perron

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See also: Perron

English[edit]

Alternative forms[edit]

Etymology[edit]

From Middle French pierre(stone), from Anglo-Norman perron.

Pronunciation[edit]

  • (UK) IPA(key): /ˈpɛɹən/, /ˈpɛɹɒ̃/

Noun[edit]

perron ‎(plural perrons)

  1. (historical) A stone block used as the base of a monument, marker, etc.
    • 1485, Sir Thomas Malory, chapter ij, in Le Morte Darthur, book X:
      hit wille be no worship for you to haue adoo with me / for ye are fressh and I am wounded sore / And therfor and ye wille nedes haue ado with me / Assigne me a day and thenne I shal mete with you withoute fayle / ye saye wel said sir Tristram / Now I assigne you to mete me in the medowe by the ryuer of Camelot / where Merlyon sette the peron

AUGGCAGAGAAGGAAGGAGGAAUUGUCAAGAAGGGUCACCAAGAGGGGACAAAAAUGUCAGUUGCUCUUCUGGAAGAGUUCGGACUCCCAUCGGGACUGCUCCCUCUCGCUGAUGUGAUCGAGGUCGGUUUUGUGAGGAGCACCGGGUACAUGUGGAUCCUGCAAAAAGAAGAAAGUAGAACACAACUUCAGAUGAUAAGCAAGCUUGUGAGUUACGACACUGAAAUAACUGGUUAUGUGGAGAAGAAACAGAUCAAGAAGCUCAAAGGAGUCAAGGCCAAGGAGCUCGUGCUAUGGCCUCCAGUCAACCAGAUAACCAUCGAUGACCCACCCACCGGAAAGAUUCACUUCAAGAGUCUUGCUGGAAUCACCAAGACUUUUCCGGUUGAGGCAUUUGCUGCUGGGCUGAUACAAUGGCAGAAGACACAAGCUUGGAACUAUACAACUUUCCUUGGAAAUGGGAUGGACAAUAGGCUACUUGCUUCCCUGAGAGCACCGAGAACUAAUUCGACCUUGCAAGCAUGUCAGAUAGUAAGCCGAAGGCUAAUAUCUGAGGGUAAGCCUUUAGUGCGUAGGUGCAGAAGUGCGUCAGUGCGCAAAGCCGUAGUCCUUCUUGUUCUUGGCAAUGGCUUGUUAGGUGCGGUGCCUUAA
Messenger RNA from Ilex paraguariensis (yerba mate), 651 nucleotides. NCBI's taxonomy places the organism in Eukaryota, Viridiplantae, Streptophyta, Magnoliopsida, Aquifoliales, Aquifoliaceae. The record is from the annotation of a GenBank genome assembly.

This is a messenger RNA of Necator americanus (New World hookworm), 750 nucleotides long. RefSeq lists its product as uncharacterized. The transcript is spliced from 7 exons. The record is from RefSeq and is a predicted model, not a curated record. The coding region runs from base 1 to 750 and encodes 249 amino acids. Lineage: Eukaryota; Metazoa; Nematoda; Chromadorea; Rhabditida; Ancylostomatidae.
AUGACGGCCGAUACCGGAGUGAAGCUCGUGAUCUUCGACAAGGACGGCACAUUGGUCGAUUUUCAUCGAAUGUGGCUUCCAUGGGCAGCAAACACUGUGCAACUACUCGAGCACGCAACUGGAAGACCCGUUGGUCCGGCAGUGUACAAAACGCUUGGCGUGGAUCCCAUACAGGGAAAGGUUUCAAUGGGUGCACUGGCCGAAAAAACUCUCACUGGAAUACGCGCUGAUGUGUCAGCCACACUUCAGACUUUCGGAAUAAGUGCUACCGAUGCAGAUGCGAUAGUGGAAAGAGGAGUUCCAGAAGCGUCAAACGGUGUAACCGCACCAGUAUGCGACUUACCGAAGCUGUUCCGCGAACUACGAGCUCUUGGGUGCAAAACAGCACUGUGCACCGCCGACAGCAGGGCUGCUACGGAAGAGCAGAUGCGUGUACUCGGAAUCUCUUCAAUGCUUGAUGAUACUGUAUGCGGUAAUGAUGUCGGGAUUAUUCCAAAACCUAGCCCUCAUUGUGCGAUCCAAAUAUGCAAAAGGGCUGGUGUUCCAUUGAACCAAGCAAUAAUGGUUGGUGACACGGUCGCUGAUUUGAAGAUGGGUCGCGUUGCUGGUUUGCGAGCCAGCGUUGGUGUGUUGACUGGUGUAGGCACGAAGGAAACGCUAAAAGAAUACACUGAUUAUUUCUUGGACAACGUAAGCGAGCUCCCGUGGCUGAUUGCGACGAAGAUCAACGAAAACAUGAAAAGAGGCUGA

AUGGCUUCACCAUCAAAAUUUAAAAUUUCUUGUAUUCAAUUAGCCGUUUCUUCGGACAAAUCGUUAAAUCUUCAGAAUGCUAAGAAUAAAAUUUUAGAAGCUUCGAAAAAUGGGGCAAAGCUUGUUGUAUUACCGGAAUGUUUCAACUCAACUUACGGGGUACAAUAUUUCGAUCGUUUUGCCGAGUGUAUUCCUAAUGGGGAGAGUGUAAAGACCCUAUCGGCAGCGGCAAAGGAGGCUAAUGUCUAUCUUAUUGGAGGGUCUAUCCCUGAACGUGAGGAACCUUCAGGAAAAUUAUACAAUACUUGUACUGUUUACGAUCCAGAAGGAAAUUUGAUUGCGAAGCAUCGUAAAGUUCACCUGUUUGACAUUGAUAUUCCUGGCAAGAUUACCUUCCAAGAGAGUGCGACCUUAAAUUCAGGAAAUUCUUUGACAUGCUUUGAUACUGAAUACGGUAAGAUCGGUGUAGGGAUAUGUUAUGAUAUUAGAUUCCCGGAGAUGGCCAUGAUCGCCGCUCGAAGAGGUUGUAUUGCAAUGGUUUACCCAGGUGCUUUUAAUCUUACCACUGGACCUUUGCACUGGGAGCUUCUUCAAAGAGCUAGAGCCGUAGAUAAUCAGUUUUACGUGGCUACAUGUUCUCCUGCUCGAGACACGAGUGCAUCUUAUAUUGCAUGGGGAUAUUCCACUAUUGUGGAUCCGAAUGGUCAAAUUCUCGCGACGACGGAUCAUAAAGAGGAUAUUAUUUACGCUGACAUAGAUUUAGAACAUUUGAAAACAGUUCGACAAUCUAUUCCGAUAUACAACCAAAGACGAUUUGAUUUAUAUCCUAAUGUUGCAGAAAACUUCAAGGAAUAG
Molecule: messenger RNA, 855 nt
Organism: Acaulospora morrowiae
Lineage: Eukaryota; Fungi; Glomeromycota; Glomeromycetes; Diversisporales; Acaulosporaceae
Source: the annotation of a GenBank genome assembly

2. (architecture) A platform outside the raised entrance to a church or large building, or the steps leading to such a platform.

Dutch[edit]

Etymology[edit]

Borrowing from German Perron.

Pronunciation[edit]

Noun[edit]

perron n ‎(plural perrons, diminutive perronnetje n)

  1. platform on which passengers wait for a train: it is next to a spoor.

Anagrams[edit]


French[edit]

Etymology[edit]

From pierre.

Pronunciation[edit]

  • IPA(key): /pɛʁɔ̃/, /peʁɔ̃/

Noun[edit]

perron m ‎(plural perrons)

  1. steps (to an entranceway), perron

Descendants[edit]

Anagrams[edit]

External links[edit]


Middle French[edit]

Noun[edit]

perron m (plural perrons)

  1. perron (stone block used as the base of a monument, marker, etc.)
    • 1552, François Rabelais, Le Tiers Livre:
      Ces parolles dictes, se retira en sa tesniere, & sus le perron de la porte se recoursa robe, cotte, & chemise iusques aux escelles, & leurs monstroit son cul.

Old French[edit]

Alternative forms[edit]

Etymology[edit]

p(i)erre(stone) +‎ -on.

Noun[edit]

perron m ‎(oblique plural perrons, nominative singular perrons, nominative plural perron)

  1. block of stone

Descendants[edit]

References[edit]